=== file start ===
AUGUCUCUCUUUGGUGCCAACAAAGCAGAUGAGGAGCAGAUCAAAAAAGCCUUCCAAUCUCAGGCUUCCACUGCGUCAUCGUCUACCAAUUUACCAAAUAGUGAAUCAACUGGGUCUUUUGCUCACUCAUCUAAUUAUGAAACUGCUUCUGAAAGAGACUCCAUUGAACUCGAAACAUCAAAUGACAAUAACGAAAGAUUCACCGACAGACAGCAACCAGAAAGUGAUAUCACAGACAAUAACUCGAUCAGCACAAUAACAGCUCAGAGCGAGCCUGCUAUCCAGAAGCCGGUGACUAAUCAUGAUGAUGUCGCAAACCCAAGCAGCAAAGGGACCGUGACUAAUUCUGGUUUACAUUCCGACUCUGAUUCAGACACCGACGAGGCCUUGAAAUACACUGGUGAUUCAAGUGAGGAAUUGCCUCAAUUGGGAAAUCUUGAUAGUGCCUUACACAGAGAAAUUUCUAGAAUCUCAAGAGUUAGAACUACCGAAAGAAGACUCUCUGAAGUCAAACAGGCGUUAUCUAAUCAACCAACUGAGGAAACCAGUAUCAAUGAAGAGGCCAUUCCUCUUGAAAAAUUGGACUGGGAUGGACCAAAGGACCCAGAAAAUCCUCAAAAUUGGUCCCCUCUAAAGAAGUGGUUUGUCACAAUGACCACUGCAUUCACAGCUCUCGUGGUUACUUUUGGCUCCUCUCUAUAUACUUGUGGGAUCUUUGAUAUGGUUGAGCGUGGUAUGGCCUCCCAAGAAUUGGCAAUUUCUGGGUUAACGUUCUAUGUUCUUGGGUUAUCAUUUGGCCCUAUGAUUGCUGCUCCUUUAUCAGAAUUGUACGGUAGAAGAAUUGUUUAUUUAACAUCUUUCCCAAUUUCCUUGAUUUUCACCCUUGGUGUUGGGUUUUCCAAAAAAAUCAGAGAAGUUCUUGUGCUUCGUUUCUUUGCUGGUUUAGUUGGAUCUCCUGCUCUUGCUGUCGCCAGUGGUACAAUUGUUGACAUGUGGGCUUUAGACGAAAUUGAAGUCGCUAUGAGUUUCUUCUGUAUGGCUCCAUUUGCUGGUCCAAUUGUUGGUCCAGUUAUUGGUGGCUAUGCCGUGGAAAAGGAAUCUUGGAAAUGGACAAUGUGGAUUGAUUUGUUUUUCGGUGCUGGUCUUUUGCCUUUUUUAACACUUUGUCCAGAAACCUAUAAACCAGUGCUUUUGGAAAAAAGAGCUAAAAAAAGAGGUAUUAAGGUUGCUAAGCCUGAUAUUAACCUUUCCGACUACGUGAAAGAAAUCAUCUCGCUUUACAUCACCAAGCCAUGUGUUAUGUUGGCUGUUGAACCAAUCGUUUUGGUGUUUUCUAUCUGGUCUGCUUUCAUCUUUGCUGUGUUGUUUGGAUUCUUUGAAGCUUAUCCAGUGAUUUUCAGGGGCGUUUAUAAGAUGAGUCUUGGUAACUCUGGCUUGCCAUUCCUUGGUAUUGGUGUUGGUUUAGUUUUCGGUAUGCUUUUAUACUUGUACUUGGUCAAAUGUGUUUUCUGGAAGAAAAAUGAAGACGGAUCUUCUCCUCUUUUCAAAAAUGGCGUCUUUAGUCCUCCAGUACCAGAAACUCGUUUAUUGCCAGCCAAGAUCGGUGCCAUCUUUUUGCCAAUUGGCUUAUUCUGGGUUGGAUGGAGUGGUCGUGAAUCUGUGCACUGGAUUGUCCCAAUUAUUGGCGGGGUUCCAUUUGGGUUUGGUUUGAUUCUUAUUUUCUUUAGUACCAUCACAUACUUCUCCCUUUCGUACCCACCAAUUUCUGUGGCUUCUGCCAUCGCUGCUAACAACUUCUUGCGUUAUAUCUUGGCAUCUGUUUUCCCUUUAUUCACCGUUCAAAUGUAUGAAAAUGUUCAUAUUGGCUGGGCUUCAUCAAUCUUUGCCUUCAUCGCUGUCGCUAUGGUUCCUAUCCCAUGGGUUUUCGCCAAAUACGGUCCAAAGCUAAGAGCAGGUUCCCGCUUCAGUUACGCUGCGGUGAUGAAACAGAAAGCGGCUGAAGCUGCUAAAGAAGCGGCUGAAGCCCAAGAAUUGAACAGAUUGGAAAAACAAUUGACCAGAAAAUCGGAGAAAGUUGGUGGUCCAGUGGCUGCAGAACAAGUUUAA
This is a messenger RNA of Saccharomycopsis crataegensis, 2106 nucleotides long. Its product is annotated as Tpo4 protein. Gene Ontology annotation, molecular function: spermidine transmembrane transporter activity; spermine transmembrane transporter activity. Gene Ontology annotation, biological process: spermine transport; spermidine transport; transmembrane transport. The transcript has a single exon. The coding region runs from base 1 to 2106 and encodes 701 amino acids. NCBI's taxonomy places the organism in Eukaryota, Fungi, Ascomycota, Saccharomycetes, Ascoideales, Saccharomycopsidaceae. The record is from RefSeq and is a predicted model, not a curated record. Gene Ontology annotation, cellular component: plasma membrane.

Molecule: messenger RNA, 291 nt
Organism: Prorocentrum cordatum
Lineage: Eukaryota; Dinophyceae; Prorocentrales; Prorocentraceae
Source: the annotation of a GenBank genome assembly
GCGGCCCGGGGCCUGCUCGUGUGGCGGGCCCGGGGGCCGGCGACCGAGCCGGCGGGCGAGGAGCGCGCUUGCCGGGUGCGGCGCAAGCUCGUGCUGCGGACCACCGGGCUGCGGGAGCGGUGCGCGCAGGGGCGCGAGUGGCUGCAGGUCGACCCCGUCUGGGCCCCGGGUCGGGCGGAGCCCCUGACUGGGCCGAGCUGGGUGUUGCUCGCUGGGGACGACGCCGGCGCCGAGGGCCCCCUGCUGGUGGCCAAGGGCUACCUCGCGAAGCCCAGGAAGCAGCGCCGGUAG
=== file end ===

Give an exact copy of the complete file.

AUGUCUCUCUUUGGUGCCAACAAAGCAGAUGAGGAGCAGAUCAAAAAAGCCUUCCAAUCUCAGGCUUCCACUGCGUCAUCGUCUACCAAUUUACCAAAUAGUGAAUCAACUGGGUCUUUUGCUCACUCAUCUAAUUAUGAAACUGCUUCUGAAAGAGACUCCAUUGAACUCGAAACAUCAAAUGACAAUAACGAAAGAUUCACCGACAGACAGCAACCAGAAAGUGAUAUCACAGACAAUAACUCGAUCAGCACAAUAACAGCUCAGAGCGAGCCUGCUAUCCAGAAGCCGGUGACUAAUCAUGAUGAUGUCGCAAACCCAAGCAGCAAAGGGACCGUGACUAAUUCUGGUUUACAUUCCGACUCUGAUUCAGACACCGACGAGGCCUUGAAAUACACUGGUGAUUCAAGUGAGGAAUUGCCUCAAUUGGGAAAUCUUGAUAGUGCCUUACACAGAGAAAUUUCUAGAAUCUCAAGAGUUAGAACUACCGAAAGAAGACUCUCUGAAGUCAAACAGGCGUUAUCUAAUCAACCAACUGAGGAAACCAGUAUCAAUGAAGAGGCCAUUCCUCUUGAAAAAUUGGACUGGGAUGGACCAAAGGACCCAGAAAAUCCUCAAAAUUGGUCCCCUCUAAAGAAGUGGUUUGUCACAAUGACCACUGCAUUCACAGCUCUCGUGGUUACUUUUGGCUCCUCUCUAUAUACUUGUGGGAUCUUUGAUAUGGUUGAGCGUGGUAUGGCCUCCCAAGAAUUGGCAAUUUCUGGGUUAACGUUCUAUGUUCUUGGGUUAUCAUUUGGCCCUAUGAUUGCUGCUCCUUUAUCAGAAUUGUACGGUAGAAGAAUUGUUUAUUUAACAUCUUUCCCAAUUUCCUUGAUUUUCACCCUUGGUGUUGGGUUUUCCAAAAAAAUCAGAGAAGUUCUUGUGCUUCGUUUCUUUGCUGGUUUAGUUGGAUCUCCUGCUCUUGCUGUCGCCAGUGGUACAAUUGUUGACAUGUGGGCUUUAGACGAAAUUGAAGUCGCUAUGAGUUUCUUCUGUAUGGCUCCAUUUGCUGGUCCAAUUGUUGGUCCAGUUAUUGGUGGCUAUGCCGUGGAAAAGGAAUCUUGGAAAUGGACAAUGUGGAUUGAUUUGUUUUUCGGUGCUGGUCUUUUGCCUUUUUUAACACUUUGUCCAGAAACCUAUAAACCAGUGCUUUUGGAAAAAAGAGCUAAAAAAAGAGGUAUUAAGGUUGCUAAGCCUGAUAUUAACCUUUCCGACUACGUGAAAGAAAUCAUCUCGCUUUACAUCACCAAGCCAUGUGUUAUGUUGGCUGUUGAACCAAUCGUUUUGGUGUUUUCUAUCUGGUCUGCUUUCAUCUUUGCUGUGUUGUUUGGAUUCUUUGAAGCUUAUCCAGUGAUUUUCAGGGGCGUUUAUAAGAUGAGUCUUGGUAACUCUGGCUUGCCAUUCCUUGGUAUUGGUGUUGGUUUAGUUUUCGGUAUGCUUUUAUACUUGUACUUGGUCAAAUGUGUUUUCUGGAAGAAAAAUGAAGACGGAUCUUCUCCUCUUUUCAAAAAUGGCGUCUUUAGUCCUCCAGUACCAGAAACUCGUUUAUUGCCAGCCAAGAUCGGUGCCAUCUUUUUGCCAAUUGGCUUAUUCUGGGUUGGAUGGAGUGGUCGUGAAUCUGUGCACUGGAUUGUCCCAAUUAUUGGCGGGGUUCCAUUUGGGUUUGGUUUGAUUCUUAUUUUCUUUAGUACCAUCACAUACUUCUCCCUUUCGUACCCACCAAUUUCUGUGGCUUCUGCCAUCGCUGCUAACAACUUCUUGCGUUAUAUCUUGGCAUCUGUUUUCCCUUUAUUCACCGUUCAAAUGUAUGAAAAUGUUCAUAUUGGCUGGGCUUCAUCAAUCUUUGCCUUCAUCGCUGUCGCUAUGGUUCCUAUCCCAUGGGUUUUCGCCAAAUACGGUCCAAAGCUAAGAGCAGGUUCCCGCUUCAGUUACGCUGCGGUGAUGAAACAGAAAGCGGCUGAAGCUGCUAAAGAAGCGGCUGAAGCCCAAGAAUUGAACAGAUUGGAAAAACAAUUGACCAGAAAAUCGGAGAAAGUUGGUGGUCCAGUGGCUGCAGAACAAGUUUAA
This is a messenger RNA of Saccharomycopsis crataegensis, 2106 nucleotides long. Its product is annotated as Tpo4 protein. Gene Ontology annotation, molecular function: spermidine transmembrane transporter activity; spermine transmembrane transporter activity. Gene Ontology annotation, biological process: spermine transport; spermidine transport; transmembrane transport. The transcript has a single exon. The coding region runs from base 1 to 2106 and encodes 701 amino acids. NCBI's taxonomy places the organism in Eukaryota, Fungi, Ascomycota, Saccharomycetes, Ascoideales, Saccharomycopsidaceae. The record is from RefSeq and is a predicted model, not a curated record. Gene Ontology annotation, cellular component: plasma membrane.

Molecule: messenger RNA, 291 nt
Organism: Prorocentrum cordatum
Lineage: Eukaryota; Dinophyceae; Prorocentrales; Prorocentraceae
Source: the annotation of a GenBank genome assembly
GCGGCCCGGGGCCUGCUCGUGUGGCGGGCCCGGGGGCCGGCGACCGAGCCGGCGGGCGAGGAGCGCGCUUGCCGGGUGCGGCGCAAGCUCGUGCUGCGGACCACCGGGCUGCGGGAGCGGUGCGCGCAGGGGCGCGAGUGGCUGCAGGUCGACCCCGUCUGGGCCCCGGGUCGGGCGGAGCCCCUGACUGGGCCGAGCUGGGUGUUGCUCGCUGGGGACGACGCCGGCGCCGAGGGCCCCCUGCUGGUGGCCAAGGGCUACCUCGCGAAGCCCAGGAAGCAGCGCCGGUAG